Vignettes throughout both locations show her merchandising and display talent. She changes her home and her store seasonally, relying on new pieces to spur ideas and keep interiors fresh. "I can see one thing that I use as a jumping off point for a whole new look," she says. Last Christmas, she came across a vintage photograph of a skier that became the genesis of her holiday interiors, a look featured on Boston-Edison's holiday home tour. "I built the whole thing around that photo," she says. She admits to dreaming about decorating and shopping. "Ideas come to me when I'm sleeping," she says. "I'm a very visual person."
Being featured on the home tour was the impetus for many of the more recent improvements. "I'm always working at the store and had limited time to work at home," she says. "But people have asked me for years to let them see my house, so the tour was a big reveal."
Recent changes included updating the baths (which include adding modern mosaic tile to the walls while keeping the home's historic subway tile) and, most recently, the small service kitchen, which she says she gave a new look for about $200 with paint, wallpaper, an industrial cart that doubles as an island and stylish industrial lighting. "My overall goal is to keep the integrity of the house but update it," she says.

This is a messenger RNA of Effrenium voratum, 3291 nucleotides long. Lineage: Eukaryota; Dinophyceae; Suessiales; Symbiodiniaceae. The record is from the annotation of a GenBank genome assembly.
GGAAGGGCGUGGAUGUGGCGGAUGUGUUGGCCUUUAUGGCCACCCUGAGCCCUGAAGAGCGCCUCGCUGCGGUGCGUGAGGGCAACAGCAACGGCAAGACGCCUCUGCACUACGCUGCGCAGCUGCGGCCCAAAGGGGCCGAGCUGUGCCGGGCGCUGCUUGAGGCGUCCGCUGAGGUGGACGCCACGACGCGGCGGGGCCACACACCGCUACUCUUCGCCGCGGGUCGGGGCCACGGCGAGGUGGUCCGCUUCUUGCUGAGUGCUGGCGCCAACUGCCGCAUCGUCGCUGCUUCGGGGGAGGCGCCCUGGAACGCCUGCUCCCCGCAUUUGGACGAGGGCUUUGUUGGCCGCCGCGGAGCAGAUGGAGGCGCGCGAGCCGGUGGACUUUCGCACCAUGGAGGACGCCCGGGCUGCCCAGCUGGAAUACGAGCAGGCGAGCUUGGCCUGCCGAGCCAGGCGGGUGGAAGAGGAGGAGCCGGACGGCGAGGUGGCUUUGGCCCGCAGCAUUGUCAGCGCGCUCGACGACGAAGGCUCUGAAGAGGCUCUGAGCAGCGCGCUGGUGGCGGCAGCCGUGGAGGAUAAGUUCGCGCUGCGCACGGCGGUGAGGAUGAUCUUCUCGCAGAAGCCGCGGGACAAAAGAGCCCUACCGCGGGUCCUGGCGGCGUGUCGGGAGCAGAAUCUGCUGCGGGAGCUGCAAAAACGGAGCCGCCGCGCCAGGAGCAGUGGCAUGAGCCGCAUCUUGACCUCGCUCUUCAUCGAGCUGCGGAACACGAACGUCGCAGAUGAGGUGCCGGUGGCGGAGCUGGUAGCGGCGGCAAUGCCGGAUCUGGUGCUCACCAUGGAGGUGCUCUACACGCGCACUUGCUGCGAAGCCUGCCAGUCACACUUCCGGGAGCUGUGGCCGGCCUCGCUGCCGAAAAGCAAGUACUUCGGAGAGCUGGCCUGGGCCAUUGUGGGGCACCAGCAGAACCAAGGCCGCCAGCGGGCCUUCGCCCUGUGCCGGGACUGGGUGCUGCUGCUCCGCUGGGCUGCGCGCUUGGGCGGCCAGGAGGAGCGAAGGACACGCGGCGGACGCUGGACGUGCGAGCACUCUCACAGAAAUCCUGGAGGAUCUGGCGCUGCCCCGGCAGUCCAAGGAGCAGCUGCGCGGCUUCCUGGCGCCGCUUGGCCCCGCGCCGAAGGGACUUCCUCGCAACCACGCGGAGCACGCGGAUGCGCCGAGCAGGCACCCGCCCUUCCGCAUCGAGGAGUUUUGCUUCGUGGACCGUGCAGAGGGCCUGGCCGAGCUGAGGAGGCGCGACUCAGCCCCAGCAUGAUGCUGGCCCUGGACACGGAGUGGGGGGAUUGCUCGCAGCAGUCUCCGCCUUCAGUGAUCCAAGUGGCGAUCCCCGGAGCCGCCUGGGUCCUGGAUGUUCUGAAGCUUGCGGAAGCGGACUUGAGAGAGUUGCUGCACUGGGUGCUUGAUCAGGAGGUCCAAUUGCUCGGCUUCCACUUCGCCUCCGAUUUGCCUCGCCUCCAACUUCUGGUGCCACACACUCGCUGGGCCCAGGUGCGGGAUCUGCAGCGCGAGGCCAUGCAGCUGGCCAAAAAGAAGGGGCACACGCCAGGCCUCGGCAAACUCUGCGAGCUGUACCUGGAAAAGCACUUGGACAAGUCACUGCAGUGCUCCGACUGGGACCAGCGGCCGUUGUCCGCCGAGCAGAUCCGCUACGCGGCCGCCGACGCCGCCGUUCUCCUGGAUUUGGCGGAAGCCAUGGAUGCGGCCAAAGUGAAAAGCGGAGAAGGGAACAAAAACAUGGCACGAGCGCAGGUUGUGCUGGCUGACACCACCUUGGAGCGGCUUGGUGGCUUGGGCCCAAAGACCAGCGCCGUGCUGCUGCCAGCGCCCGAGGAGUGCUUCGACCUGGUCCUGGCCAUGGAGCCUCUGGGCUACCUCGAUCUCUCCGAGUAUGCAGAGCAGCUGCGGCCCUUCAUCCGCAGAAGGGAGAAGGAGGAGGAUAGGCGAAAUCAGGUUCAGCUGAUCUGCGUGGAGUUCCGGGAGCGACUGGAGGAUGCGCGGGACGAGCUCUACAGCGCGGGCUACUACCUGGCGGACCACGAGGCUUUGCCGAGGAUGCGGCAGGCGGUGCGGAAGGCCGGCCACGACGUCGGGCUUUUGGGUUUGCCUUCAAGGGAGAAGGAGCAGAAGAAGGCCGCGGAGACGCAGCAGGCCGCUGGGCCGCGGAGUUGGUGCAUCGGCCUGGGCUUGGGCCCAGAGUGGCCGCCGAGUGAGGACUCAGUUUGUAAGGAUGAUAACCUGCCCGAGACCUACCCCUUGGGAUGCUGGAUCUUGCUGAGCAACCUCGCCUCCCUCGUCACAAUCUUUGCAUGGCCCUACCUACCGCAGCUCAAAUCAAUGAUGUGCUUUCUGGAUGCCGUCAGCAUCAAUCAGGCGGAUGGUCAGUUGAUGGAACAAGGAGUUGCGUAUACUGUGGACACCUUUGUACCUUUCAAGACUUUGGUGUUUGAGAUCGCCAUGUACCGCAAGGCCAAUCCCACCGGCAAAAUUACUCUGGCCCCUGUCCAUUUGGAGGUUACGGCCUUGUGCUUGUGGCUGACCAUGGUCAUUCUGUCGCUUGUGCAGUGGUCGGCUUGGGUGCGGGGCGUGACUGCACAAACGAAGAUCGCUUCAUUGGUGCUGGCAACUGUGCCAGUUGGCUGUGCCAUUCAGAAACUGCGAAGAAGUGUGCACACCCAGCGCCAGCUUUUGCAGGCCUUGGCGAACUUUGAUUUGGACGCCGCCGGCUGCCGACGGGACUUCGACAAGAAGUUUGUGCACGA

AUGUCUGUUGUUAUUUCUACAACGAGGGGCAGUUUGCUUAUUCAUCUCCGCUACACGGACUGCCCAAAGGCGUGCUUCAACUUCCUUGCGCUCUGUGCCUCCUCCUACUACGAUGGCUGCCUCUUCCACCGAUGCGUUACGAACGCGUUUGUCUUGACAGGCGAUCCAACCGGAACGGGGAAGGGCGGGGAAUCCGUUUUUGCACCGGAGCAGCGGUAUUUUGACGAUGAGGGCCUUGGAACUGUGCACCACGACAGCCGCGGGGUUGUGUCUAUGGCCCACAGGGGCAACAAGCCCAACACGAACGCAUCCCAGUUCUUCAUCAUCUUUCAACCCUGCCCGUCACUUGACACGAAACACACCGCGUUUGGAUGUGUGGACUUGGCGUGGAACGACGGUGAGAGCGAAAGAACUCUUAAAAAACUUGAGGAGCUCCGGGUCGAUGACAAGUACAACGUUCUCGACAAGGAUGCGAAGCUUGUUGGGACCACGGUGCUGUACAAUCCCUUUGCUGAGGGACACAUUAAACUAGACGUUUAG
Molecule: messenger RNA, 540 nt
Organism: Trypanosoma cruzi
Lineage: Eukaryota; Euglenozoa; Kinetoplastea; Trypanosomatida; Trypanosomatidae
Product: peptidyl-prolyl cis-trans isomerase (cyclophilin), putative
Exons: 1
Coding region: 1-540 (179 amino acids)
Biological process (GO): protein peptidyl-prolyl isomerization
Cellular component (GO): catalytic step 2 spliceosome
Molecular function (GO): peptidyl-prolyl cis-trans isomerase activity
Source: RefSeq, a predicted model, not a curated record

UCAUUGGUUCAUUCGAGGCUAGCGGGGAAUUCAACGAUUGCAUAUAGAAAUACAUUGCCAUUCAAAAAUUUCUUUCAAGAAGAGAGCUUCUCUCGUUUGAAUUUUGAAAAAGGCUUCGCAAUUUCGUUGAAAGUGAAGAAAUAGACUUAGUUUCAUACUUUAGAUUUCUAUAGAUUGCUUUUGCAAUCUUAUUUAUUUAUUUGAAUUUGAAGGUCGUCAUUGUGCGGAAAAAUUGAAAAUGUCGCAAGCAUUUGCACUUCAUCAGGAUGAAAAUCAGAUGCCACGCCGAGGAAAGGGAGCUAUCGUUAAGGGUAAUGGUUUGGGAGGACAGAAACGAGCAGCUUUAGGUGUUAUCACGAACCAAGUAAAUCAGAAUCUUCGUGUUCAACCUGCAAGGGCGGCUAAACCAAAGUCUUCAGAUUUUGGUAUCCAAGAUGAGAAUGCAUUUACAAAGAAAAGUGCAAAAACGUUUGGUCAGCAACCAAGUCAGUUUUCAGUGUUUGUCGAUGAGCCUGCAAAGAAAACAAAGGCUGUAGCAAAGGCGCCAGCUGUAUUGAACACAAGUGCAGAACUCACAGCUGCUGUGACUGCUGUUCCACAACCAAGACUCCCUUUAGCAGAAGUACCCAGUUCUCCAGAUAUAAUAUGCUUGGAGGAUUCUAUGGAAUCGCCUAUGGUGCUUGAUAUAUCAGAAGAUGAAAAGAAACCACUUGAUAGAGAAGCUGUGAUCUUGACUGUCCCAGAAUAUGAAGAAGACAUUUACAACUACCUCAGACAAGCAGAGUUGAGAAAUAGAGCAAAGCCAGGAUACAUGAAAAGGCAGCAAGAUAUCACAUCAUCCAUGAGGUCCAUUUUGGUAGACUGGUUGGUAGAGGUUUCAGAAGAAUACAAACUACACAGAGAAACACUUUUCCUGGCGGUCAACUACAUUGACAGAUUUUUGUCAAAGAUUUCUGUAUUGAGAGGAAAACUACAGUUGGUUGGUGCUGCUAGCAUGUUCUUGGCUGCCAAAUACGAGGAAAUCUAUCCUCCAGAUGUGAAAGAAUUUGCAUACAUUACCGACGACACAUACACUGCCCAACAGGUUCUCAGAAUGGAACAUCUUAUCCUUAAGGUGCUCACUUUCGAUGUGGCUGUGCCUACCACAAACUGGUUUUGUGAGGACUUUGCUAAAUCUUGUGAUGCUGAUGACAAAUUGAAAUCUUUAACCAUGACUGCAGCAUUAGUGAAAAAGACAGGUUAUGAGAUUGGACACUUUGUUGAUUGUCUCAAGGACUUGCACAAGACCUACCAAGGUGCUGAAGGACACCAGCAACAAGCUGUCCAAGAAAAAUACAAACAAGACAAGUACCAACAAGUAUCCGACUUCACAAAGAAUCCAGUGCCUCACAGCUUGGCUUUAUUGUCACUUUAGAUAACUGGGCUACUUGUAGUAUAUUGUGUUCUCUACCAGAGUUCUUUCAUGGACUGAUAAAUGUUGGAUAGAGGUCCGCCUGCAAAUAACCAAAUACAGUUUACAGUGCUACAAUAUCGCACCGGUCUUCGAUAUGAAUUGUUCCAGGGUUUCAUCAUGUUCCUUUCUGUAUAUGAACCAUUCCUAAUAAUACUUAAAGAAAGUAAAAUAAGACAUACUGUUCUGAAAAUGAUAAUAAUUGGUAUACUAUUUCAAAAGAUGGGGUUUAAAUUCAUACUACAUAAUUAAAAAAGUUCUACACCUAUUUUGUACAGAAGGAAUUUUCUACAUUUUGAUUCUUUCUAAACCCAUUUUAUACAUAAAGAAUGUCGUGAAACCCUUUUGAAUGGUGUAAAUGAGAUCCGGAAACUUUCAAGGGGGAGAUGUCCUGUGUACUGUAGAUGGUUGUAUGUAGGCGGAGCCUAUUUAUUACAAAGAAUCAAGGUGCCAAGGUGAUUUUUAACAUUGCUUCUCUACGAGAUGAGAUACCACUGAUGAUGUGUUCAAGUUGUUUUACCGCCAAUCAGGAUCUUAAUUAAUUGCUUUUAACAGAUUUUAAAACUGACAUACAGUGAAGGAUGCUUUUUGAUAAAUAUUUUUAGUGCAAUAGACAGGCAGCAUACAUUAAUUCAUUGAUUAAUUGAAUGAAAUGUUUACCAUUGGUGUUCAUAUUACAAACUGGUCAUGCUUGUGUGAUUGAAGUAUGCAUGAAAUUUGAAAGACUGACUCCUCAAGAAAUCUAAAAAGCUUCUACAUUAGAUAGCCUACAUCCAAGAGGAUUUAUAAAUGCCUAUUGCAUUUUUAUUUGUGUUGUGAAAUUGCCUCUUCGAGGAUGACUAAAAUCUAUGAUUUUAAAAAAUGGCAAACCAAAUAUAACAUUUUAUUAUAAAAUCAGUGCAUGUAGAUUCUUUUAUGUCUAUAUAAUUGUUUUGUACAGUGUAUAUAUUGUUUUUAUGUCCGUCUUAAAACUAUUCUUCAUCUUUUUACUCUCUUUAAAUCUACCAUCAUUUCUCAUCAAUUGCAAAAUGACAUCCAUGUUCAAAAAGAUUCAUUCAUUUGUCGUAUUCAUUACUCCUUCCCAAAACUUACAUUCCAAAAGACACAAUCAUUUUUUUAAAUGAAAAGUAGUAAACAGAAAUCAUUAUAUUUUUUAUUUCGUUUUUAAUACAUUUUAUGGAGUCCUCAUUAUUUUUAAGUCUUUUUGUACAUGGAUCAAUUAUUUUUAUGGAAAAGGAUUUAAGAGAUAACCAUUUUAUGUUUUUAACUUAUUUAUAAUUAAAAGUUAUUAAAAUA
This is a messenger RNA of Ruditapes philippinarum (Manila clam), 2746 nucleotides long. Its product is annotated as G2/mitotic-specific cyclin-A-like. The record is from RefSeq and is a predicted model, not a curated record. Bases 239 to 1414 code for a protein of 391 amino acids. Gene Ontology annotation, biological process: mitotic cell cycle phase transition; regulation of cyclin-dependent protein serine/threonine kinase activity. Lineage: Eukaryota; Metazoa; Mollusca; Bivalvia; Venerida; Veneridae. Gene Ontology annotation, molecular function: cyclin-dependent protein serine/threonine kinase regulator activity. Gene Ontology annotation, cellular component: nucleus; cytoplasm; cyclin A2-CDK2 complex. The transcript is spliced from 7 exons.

Tour goers understood that the house is a work in progress, she says. "When they got here, almost everyone said they didn't want to leave," she says. Brown attributes that, in part to her relaxed attitude about decorating, and about life. "I want my home to be livable, not one where you can't sit on the furniture or you have to take off your shoes," she says.
She doubts that her home, which she shares now with boyfriend David DeVries, will ever be done – and that's okay, she says. At the moment, she's busy planning a new outdoor living room and dreaming about re-landscaping both the front and back yard, "I'm always growing and changing, and my house is too," she says. "It keeps life interesting."
Khristi Zimmeth writes the Trash or Treasure? column for Homestyle. You can reach her at email@example.com.
Listed on the City, State and National Registers of Historic Places, the Boston-Edison Historic District reflects the city's rich past. Made up of more than 900 single family homes built between 1903 and 1940, the district is spread out along four streets, encompassing West Boston Boulevard, Chicago Boulevard, Longfellow and Edison between Woodward and Linwood. According to the Historic Boston-Edison Association, the area between Woodward and Hamilton, known as the Voigt Park subdivision, was platted and incorporated into the city in 1891. The city annexed the area between Hamilton and 12th, known as Boston Boulevard subdivision, and 12th St. to Linwood, Joy Farms subdivision, in 1915. The heyday of area building was 1916 to 1925, possibly because to the building of the nearby Henry Ford Hospital in 1915. One-time residents read like a city Who's Who, including Henry Ford, four of the seven Fisher brothers, S.S. Kresge, B. Siegal and Horace Rackham.